Ideally, from an accountability standpoint, students should practice using primary source documents from the time period that aligns to the state history-social science standards. In California, starting in 5th grade the standards are studied chronologically, divided between U.S. History and World History, so this makes reading primary sources more difficult because the style of writing changes over time. It charges younger students with the responsibility to read writing from older periods in history. While historians wince at the idea of making changes to the primary source documents, successful teachers and professors shorten them to make understanding the documents attainable.

As the Common Core shifts happen, and students read more and more informational texts, students will slowly realize that their own thinking, using imagination alone is an untrustworthy method for understanding history, and for understanding informational texts about history.

People Can Be Blunt

When I was young, I was taught that with age comes respect.

That meant as a kid I called people who were older than 25 Mr. and Mrs.   It also meant that I was taught to be less than honest.  I mean really I couldn’t  imagine telling my grandma she had a booger showing in her nose.  I just looked away because it was so gross hoping that she would have to go to the bathroom or something.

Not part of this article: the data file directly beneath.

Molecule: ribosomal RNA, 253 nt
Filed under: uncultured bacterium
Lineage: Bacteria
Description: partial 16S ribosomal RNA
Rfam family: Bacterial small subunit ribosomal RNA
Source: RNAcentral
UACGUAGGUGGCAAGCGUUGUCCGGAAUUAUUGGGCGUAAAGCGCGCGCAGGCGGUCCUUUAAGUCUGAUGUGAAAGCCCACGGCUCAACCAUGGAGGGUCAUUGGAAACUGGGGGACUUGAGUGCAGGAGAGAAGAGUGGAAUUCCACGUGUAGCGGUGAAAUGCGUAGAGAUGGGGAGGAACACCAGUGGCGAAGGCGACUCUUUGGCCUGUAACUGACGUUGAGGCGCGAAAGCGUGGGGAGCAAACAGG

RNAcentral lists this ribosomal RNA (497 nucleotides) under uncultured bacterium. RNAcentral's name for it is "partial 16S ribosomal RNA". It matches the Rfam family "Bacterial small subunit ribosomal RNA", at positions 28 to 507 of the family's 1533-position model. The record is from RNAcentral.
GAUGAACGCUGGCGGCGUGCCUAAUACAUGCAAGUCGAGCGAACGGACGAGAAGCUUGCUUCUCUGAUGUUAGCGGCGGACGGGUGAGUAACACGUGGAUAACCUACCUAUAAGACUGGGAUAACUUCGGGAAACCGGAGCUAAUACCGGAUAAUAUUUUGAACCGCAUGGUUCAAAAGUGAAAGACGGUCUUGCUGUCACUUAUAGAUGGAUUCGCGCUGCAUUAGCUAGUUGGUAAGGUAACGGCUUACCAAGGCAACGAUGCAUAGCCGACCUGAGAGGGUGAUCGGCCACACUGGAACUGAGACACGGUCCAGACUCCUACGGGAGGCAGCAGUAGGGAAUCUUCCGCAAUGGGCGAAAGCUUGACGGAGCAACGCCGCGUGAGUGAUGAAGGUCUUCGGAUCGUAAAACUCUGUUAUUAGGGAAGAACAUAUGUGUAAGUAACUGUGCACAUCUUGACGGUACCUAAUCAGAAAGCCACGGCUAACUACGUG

So fast forward till now I’m the grandma.  I am officially the oldest person in our office.  (and I’m young!)  Same respect???  Same lies???  Here’s my story.

I love Dress Barn.  The 20s something clerk helped me pick out all the right dresses and fashion accessories so that I wouldn’t look like the oldest one in the office.   – Just get the respect.  You see where this is going?

I wore my first new outfit to work the next day –  brown pants, shirt and a beautiful wool jacket with a fluffy collar.  All the women oohed and ahhed when I walked to my office.  I spun around proudly modeling as I walked to my office.  Their admiration was palpable.  Feeling buoyed by their enthusiastic response to my new wardrobe choice, I stopped at the doorway of my fellow consultant, and said, “What do you think, Jon?  Do you like my new outfit?”

He was silent longer than I thought was necessary for a simple, “Wow I love it!  You look great,” which honestly was what I was expecting.  Finally he gave his opinion, “Well……,”more pausing.  I lost my sexy, hand on hip, other hand flipping my hair stance, and should have walked away at that point.  “It’s brown,” he finally finished lamely.

Yes, that was lame, but the rest of the office heard my fashion critic, and I’m sure our laughter could be heard in the basement.

The next day I walked in with, what I thought was my best outfit.  My green sweater dress was accented by a full length gray knitted vest with, yes a fluffy collar that went down both sides of the front the full length of the sweater.  The fluff even had dangly things woven in that subtly caught the light.  I felt like a glamour queen.  Again, the women complimented me, and again I twirled, avoiding Jon’s office this time.